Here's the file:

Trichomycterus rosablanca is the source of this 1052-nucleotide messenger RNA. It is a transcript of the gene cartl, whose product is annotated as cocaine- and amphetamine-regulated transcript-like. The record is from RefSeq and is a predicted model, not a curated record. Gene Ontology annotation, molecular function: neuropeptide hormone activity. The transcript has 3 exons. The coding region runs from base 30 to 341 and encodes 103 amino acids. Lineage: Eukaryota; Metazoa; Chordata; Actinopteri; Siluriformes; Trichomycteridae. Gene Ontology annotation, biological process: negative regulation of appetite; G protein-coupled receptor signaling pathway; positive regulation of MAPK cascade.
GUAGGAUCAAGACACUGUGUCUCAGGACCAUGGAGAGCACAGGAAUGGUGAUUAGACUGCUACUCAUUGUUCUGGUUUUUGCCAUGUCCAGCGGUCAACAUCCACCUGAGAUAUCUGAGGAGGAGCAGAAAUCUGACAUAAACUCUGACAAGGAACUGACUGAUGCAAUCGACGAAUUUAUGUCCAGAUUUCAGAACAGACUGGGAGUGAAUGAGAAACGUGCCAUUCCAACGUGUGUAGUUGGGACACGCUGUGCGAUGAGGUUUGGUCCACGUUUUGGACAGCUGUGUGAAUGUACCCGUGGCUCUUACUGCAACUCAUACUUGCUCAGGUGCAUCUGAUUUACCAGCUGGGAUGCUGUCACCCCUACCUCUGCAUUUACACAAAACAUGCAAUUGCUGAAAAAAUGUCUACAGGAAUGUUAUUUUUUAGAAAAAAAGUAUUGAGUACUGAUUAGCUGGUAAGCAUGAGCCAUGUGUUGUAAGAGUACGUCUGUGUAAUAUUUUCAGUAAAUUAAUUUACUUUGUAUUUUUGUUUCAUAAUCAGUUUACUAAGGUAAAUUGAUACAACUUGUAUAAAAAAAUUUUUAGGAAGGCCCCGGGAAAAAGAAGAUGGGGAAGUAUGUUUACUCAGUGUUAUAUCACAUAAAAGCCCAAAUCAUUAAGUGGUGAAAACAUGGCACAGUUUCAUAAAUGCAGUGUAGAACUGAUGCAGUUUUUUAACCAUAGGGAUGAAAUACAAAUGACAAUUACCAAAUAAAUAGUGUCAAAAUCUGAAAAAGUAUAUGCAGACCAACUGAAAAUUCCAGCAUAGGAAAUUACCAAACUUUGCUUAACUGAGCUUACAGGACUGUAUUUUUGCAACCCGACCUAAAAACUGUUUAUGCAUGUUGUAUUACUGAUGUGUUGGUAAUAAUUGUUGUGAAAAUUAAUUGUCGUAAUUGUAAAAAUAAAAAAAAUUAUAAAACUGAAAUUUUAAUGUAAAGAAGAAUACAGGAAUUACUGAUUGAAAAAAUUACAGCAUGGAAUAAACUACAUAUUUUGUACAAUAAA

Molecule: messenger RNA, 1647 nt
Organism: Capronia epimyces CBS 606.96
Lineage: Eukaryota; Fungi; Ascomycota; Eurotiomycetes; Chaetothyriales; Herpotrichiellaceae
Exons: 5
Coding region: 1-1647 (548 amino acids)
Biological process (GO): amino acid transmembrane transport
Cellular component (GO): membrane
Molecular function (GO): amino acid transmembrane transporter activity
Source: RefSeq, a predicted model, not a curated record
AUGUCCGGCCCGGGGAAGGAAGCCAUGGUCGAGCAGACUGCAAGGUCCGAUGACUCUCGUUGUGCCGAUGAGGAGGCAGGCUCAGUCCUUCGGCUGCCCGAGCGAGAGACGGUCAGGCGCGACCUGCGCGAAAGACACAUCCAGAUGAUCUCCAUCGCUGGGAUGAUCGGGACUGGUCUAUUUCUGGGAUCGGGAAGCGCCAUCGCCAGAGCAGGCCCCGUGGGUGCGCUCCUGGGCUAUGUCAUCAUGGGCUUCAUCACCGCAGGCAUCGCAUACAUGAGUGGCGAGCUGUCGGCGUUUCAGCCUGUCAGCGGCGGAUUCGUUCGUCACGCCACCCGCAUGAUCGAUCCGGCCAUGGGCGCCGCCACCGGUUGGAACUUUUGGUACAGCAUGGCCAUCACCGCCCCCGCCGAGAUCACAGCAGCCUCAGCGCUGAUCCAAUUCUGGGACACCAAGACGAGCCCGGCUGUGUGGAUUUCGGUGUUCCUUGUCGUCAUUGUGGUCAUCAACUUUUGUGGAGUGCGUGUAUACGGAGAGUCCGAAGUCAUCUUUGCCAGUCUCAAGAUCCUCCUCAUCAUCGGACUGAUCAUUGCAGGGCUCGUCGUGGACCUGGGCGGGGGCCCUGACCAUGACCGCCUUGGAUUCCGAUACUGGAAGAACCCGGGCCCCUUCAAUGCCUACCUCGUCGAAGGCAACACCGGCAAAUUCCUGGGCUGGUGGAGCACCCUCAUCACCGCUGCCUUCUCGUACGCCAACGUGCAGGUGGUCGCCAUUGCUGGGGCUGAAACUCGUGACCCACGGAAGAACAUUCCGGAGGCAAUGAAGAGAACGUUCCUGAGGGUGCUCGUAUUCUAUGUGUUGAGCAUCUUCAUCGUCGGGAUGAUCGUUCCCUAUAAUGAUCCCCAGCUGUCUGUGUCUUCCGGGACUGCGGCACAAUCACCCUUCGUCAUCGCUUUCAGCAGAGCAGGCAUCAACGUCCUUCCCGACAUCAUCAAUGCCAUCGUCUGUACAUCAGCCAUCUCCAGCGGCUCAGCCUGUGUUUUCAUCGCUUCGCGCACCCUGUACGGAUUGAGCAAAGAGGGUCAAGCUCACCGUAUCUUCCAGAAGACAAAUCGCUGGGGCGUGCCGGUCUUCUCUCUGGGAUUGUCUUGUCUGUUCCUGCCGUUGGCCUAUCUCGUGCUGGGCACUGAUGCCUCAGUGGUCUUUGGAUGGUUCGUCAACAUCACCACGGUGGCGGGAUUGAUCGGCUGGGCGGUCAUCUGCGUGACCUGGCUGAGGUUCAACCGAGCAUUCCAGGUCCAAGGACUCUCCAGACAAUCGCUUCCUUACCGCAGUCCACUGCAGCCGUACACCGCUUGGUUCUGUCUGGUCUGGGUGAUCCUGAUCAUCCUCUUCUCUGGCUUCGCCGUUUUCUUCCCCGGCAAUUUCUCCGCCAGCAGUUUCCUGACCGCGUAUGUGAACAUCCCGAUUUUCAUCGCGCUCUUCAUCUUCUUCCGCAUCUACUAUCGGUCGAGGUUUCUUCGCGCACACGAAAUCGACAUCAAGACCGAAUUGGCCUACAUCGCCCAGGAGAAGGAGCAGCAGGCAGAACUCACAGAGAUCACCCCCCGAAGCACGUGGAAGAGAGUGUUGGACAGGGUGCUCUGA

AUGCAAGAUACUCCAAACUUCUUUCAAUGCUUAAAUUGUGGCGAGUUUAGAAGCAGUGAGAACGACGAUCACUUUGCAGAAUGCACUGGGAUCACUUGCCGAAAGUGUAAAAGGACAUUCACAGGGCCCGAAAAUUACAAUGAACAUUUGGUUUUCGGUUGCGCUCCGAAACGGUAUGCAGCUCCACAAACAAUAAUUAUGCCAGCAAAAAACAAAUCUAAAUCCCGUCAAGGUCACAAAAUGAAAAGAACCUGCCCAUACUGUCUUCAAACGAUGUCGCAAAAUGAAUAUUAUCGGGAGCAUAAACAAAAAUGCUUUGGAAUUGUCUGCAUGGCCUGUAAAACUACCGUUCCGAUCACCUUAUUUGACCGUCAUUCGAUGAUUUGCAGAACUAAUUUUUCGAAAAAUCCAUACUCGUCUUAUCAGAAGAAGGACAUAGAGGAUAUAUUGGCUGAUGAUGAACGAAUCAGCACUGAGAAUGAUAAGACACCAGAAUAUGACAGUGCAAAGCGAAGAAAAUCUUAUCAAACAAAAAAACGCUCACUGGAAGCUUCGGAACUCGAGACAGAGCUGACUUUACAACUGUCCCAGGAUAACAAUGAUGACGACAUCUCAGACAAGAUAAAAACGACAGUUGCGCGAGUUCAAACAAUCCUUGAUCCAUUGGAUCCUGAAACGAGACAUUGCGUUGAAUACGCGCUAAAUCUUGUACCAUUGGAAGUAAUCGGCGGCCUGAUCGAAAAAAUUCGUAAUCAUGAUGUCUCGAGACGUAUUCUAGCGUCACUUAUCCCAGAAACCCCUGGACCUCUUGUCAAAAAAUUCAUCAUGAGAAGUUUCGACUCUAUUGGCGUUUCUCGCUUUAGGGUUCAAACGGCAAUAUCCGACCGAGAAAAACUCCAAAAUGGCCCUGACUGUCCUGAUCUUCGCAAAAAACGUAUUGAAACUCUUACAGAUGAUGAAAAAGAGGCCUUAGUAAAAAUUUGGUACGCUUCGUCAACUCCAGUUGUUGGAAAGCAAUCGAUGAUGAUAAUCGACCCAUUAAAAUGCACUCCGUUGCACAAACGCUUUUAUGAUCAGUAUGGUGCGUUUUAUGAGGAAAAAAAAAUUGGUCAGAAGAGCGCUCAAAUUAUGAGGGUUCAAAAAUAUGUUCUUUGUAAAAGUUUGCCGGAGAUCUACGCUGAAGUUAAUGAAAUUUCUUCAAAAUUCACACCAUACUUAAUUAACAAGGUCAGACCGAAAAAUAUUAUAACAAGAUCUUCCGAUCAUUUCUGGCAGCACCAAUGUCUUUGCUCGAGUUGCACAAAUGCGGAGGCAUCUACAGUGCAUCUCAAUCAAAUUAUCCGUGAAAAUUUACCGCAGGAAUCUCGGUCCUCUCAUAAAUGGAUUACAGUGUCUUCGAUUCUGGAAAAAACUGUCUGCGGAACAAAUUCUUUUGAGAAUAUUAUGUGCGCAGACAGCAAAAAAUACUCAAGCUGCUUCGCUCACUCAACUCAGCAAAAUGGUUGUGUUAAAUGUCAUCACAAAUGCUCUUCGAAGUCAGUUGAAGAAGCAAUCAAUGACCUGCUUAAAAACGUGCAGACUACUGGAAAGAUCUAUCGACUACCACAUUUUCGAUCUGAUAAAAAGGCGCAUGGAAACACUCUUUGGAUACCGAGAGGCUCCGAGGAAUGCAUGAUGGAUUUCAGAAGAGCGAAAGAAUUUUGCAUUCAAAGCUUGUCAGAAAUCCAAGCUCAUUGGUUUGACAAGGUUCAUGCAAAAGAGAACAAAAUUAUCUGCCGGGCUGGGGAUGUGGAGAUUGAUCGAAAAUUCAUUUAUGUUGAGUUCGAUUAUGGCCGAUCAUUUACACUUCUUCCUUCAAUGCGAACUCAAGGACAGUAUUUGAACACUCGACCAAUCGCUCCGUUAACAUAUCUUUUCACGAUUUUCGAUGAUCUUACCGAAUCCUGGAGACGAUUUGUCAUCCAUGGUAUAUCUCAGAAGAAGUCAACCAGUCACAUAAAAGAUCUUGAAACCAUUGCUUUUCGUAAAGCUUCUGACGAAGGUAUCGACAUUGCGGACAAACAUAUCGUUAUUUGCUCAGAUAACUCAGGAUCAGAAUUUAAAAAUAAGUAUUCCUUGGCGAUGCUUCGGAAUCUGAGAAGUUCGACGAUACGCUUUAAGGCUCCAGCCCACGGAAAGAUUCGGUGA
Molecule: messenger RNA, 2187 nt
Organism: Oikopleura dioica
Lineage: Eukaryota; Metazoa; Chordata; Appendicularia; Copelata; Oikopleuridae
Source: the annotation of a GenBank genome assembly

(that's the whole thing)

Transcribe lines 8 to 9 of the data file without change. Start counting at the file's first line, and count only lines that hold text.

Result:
Biological process (GO): amino acid transmembrane transport
Cellular component (GO): membrane